Has fraud met its match?

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28 February 2017 | 0

Many prognosticators have pronounced privacy a pipe dream. With the mountains of personal information on social networks and the lack of security awareness by many users, cybercriminals have more than a snowball’s chance to grab anyone’s identity.

However, there are new ideas for counteracting identity theft that would take into account a person’s physical attributes to add another layer of security. The idea of using a fingerprint reader to log on to a smartphone isn’t new, but the latest wrinkle is to incorporate the pressure with which that finger types on the phone.

More than 41 million people in the US have had their identities stolen, and millions more have had their personally identifiable information (PII) placed at risk through a data breach, according to a Bankrate.com survey of 1,000 adults conducted last month.

Fraud perpetuation
Keir Breitenfeld, senior business consultant at Experian, said that the continued use of “shared secrets” or static data points, such as Social Security numbers, usernames and passwords, to verify identities and authenticate consumers creates a clear problem for users and companies alike – the perpetuation of fraud. “These pieces of PII are highly valuable making them a top target for cybercriminals. A solution to this problem is the use of dynamic data, either on its own, or in combination with static factors,” he said.

Currently, 1.9 million records containing PII are compromised every day, leaving millions of people vulnerable to fraud. Additionally, according to Javelin’s 2017 Identity Fraud Study, identity fraud impacted 15.4 million victims in the United States in 2016, with the incidence rate increasing by 16 percent from 2015.

Breitenfeld said many companies use a form of authentication called identity element verification and validation. This traditional approach to authenticating individuals uses identity elements (for example Social Security number, date of birth, name, address) provided by an applicant and then compares these data points to data from trusted sources, such as credit bureaus. “Problematically, most of this data has already been stolen, making this form of authentication unreliable,” he said.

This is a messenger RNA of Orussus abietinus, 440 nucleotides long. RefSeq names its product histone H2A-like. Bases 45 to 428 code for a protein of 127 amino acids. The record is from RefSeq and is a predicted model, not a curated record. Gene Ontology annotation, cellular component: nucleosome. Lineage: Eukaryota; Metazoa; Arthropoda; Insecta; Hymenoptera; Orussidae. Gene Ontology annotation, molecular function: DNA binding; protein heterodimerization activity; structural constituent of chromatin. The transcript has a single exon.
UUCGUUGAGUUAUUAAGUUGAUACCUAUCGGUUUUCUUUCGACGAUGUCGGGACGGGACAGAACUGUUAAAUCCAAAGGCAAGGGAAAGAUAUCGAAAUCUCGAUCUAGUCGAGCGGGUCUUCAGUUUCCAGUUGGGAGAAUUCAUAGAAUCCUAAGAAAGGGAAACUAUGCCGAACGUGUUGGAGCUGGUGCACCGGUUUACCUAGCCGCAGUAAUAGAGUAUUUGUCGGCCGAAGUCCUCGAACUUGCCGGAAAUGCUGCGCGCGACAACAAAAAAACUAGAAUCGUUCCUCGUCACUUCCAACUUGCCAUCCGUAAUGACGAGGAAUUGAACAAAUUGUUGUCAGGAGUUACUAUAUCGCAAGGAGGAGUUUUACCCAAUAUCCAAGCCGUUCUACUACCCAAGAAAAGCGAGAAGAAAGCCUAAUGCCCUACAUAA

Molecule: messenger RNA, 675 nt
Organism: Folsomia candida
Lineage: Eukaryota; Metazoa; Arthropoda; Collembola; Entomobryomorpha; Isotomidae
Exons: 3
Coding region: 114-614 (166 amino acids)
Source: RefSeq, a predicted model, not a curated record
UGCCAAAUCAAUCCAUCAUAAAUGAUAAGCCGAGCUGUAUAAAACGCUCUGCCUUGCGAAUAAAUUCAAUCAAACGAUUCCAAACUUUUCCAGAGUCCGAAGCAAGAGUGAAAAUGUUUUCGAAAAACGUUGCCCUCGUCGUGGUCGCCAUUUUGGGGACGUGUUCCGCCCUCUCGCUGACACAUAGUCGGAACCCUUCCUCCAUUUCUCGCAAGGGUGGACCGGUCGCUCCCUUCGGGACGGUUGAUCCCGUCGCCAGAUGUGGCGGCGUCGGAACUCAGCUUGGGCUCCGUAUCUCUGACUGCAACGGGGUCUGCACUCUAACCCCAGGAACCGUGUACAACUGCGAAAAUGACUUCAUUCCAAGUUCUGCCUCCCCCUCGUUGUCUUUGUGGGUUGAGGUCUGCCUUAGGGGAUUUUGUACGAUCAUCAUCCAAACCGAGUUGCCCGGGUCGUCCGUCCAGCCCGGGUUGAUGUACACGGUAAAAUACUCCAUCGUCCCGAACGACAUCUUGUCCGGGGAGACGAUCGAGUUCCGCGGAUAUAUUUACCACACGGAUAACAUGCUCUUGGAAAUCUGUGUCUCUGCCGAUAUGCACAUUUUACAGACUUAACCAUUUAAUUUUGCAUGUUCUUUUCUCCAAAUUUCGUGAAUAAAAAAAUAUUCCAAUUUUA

Ryan Zlockie, global vice president of authentication at Entrust Datacard, noted that an example of continuous authentication is the amount of pressure applied when typing, scrolling and swiping, which could be matched against the user’s typical behaviour. Another authentication pattern could be the time spent on a session or transaction. For example, the timing of the session contrasted with the actions completed can indicate whether answers are quickly being cut and pasted or typed out by hand. Or the cadence of typing can be used as a behavioural authentication tool that collects timing information describing exactly when each key was pressed and released as a person is typing at a computer keyboard. This cadence can be captured continuously, not just when a user first logs into a system or service.

Dynamic factors
By layering in additional dynamic data that has little to no monetary value for cybercriminals, as opposed to relying solely on static information, companies have the potential to stop fraud, Breitenfeld added. Some of the new dynamic factors include: